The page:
Conference supports greater action on inclusive sexuality teaching in schools
HOMOPHOBIC BIGOTRY must be challenged in schools to ensure an inclusive education system, according to delegates at the SNP conference today [Sunday 13 March] in Glasgow.
A motion supporting the 'Time for Inclusive Education' (Tie) campaign, which supports increasing young people's awareness of lesbian, gay, bisexual and transexual identities, received the overwhelming support of SNP party members.
The vote was described as a "historic day" by Tie campaign co-founder Jordan Daly, who has pushed for the government and schools to take action against horrific cases of LGBT suicides and self-harm related to bullying and exclusion in Scotland's schools.
"We need to make sure that Scotland's young people grow up in an environment that is equal, accepting and safe." Angus Miller
Rhiannon Spear, national convenor of SNP Youth, who led the motion at conference, said that without more inclusive education "we are creating a vacuum that will be filled with misinformation".
"It worries me that young people leave school without understanding consent. We need to empower young people," she added.
Fellow youth convenor Angus Miller was one of several speakers to quote statistics from the Stonewall schools report , which identifies high levels of bullying, self-harm and suicide among LGBT students.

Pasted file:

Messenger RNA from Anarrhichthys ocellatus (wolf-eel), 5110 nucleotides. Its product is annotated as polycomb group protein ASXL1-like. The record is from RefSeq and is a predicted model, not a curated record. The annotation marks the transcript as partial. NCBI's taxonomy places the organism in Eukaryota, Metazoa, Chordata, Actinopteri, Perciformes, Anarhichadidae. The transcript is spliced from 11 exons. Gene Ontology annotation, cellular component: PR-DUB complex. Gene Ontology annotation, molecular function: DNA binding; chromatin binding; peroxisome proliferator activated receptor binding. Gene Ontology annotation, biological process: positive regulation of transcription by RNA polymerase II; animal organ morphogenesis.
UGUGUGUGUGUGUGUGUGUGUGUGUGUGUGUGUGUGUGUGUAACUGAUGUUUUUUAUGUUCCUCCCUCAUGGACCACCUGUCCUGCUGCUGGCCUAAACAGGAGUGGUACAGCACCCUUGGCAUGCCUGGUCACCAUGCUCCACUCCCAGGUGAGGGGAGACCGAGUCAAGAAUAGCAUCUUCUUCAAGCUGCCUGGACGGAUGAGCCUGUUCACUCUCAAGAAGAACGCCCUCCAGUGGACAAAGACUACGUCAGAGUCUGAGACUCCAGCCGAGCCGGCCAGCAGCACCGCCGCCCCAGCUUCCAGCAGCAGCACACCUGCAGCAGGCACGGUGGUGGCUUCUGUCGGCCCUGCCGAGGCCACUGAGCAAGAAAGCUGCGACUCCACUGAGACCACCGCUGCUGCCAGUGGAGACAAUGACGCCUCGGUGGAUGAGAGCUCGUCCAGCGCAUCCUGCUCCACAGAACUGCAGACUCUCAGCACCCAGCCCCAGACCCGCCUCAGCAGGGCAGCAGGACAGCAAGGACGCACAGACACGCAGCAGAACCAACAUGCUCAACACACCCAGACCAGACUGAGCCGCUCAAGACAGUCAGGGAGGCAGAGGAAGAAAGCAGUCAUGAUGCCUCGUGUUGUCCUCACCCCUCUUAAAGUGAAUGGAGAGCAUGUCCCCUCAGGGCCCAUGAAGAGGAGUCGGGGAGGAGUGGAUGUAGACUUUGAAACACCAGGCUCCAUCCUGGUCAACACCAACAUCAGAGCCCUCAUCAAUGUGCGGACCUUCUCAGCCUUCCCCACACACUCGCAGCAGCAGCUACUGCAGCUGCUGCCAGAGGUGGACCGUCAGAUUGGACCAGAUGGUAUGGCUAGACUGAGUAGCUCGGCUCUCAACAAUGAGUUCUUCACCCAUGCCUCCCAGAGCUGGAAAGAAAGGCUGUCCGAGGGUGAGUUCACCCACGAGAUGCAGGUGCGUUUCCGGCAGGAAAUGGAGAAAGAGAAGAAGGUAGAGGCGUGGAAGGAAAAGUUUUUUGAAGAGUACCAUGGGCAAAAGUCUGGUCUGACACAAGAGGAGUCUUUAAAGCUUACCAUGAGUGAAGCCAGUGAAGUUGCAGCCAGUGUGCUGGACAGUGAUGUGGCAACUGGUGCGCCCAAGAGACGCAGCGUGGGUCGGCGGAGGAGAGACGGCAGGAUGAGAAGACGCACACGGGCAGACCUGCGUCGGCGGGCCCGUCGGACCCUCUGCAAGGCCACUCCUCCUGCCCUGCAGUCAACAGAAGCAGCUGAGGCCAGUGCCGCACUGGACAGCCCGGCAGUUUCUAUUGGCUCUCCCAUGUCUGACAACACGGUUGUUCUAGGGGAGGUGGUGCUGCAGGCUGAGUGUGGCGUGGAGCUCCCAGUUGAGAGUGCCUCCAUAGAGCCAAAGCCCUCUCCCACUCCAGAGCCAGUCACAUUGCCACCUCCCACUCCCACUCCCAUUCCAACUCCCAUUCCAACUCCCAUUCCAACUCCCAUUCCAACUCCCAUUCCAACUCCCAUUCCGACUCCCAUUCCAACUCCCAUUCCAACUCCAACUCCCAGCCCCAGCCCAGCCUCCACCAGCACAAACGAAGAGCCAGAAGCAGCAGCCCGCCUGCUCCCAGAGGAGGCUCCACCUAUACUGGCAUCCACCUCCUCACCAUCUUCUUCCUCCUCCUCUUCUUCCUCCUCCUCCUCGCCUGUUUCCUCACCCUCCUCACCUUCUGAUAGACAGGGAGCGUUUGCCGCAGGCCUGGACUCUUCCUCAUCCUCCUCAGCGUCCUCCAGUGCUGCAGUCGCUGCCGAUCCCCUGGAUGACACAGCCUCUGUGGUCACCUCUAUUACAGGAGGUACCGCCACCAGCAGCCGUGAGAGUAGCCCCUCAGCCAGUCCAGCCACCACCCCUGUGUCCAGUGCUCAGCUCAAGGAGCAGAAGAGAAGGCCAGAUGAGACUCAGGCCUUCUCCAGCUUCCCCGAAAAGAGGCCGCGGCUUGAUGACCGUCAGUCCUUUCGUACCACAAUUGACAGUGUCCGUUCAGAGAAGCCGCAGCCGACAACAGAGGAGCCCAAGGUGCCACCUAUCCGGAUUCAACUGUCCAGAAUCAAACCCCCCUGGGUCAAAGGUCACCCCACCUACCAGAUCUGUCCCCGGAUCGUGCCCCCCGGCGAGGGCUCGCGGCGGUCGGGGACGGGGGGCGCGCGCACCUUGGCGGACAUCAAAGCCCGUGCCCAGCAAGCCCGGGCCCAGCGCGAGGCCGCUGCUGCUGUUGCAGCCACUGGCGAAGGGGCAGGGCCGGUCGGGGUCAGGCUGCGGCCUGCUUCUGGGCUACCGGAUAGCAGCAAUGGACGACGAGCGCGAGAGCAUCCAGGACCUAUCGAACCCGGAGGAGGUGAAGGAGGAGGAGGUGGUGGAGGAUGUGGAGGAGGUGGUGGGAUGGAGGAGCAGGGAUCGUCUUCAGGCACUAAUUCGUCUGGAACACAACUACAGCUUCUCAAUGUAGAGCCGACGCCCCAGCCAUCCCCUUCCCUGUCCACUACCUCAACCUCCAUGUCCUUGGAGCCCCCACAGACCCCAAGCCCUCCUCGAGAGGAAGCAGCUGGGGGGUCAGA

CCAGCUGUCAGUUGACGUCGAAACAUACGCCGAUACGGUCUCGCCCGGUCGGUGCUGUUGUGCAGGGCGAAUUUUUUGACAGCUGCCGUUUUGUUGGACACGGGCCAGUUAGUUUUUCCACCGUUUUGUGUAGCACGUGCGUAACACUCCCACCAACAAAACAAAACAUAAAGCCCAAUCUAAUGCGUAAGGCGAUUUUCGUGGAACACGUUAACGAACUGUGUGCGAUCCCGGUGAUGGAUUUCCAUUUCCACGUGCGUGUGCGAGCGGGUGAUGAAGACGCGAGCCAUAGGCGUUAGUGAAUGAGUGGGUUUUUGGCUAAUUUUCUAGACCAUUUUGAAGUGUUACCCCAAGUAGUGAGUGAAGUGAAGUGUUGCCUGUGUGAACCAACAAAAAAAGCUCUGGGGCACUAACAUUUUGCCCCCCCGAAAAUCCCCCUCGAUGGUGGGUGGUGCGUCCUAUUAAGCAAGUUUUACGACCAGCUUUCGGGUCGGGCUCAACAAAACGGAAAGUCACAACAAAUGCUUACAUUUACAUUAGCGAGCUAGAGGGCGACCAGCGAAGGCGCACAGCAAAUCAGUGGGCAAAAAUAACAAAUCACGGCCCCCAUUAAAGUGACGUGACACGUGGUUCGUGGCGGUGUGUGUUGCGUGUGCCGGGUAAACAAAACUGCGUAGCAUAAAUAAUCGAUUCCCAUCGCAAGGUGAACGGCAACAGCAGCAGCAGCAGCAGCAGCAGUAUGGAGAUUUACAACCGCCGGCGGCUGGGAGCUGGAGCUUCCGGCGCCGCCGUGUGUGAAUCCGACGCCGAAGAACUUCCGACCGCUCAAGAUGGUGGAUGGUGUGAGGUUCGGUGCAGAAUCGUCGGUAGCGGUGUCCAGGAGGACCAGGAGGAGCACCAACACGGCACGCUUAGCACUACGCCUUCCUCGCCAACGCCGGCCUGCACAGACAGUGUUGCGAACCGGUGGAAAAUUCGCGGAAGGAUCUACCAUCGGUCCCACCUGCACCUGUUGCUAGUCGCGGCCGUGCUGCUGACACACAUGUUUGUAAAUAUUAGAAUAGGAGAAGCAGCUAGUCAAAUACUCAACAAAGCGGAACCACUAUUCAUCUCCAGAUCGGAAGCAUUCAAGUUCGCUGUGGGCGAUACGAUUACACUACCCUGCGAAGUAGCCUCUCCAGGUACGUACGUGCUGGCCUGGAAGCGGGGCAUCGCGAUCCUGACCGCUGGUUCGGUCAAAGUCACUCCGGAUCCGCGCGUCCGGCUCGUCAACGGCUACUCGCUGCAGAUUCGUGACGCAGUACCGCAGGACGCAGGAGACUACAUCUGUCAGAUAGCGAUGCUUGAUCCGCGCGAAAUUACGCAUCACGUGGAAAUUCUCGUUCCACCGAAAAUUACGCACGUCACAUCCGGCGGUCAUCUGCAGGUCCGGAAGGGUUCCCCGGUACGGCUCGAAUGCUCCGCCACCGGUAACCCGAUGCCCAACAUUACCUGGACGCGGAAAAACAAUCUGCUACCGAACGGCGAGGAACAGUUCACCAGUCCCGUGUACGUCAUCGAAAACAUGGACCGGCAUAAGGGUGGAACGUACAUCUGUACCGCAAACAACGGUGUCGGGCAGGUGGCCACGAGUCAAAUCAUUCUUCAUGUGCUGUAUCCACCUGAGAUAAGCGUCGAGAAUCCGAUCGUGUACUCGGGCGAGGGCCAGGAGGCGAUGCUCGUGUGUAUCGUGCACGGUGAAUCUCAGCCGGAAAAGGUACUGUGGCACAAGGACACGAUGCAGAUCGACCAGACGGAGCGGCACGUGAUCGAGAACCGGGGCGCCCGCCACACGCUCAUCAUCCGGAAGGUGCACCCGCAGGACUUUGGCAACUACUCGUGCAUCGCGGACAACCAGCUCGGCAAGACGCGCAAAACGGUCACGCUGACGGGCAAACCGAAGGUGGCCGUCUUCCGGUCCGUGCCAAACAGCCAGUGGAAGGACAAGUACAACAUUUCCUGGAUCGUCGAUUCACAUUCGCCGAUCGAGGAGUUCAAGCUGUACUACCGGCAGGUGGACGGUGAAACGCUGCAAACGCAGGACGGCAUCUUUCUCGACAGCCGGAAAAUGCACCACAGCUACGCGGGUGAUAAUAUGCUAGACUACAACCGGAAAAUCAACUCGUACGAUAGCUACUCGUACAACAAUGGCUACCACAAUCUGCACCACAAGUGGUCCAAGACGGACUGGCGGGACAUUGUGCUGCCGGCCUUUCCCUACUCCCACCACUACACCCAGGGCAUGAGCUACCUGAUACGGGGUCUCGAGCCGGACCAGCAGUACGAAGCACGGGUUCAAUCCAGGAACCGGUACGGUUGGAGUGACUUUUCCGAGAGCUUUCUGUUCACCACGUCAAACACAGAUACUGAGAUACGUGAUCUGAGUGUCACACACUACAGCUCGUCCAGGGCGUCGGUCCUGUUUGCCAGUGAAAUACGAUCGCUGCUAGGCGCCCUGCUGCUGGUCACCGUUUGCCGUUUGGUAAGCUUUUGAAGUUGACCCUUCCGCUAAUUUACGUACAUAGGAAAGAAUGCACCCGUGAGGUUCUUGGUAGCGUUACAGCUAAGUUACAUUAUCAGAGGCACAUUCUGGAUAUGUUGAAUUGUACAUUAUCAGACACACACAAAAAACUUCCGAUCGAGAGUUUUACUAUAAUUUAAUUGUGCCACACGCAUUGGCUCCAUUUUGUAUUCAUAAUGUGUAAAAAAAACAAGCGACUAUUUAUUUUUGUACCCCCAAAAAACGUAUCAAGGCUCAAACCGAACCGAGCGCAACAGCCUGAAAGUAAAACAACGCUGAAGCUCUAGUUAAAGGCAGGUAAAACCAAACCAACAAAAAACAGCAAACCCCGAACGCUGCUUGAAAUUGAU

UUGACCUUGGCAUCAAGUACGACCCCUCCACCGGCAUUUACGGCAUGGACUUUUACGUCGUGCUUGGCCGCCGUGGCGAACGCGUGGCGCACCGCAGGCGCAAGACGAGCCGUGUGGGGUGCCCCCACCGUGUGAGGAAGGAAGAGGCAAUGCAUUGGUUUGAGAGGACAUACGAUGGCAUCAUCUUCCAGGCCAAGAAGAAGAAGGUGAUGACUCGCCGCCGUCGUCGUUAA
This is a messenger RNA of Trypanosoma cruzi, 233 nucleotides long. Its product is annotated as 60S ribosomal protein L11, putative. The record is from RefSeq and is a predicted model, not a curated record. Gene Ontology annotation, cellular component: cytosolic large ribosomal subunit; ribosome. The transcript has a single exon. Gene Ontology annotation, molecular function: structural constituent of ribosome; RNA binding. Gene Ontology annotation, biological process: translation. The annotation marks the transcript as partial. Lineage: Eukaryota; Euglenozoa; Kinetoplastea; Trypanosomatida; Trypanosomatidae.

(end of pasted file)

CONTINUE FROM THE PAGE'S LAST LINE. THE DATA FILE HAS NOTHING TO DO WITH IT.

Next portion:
"More than a quarter of LGBT young people have attempted suicide due to bullying in schools," Miller said.
"We need to make sure that Scotland's young people grow up in an environment that is equal, accepting and safe."
On the first day of conference delegates heard emotional stories from the Tie campaign of isolated LGBT pupils, and the struggles to have their sexual identity respected by their families, peers and teachers.
"It's not until you see the laceration marks," Daly told a Humanist Society Scotland fringe event. Audience members cried during Daly's account of ongoing homophobia.
The Tie campaign has led a national tour of schools and launched a crowdfunder to provide training courses for teachers on LGBT inclusion.
A petition proposing that the Tie campaign's aims were made a statutory part of the curriculum was thrown out by the Scottish Parliament's petitions committee , leading to concerns that not enough was being done due to sensitivities over sex and religion.
CommonSpace journalism is completely free from the influence of advertisers and is only possible with your continued support. Please contribute a monthly amount towards our costs. Build the Scotland you want to live in - support our new media.
Picture courtesy of Tie Campaign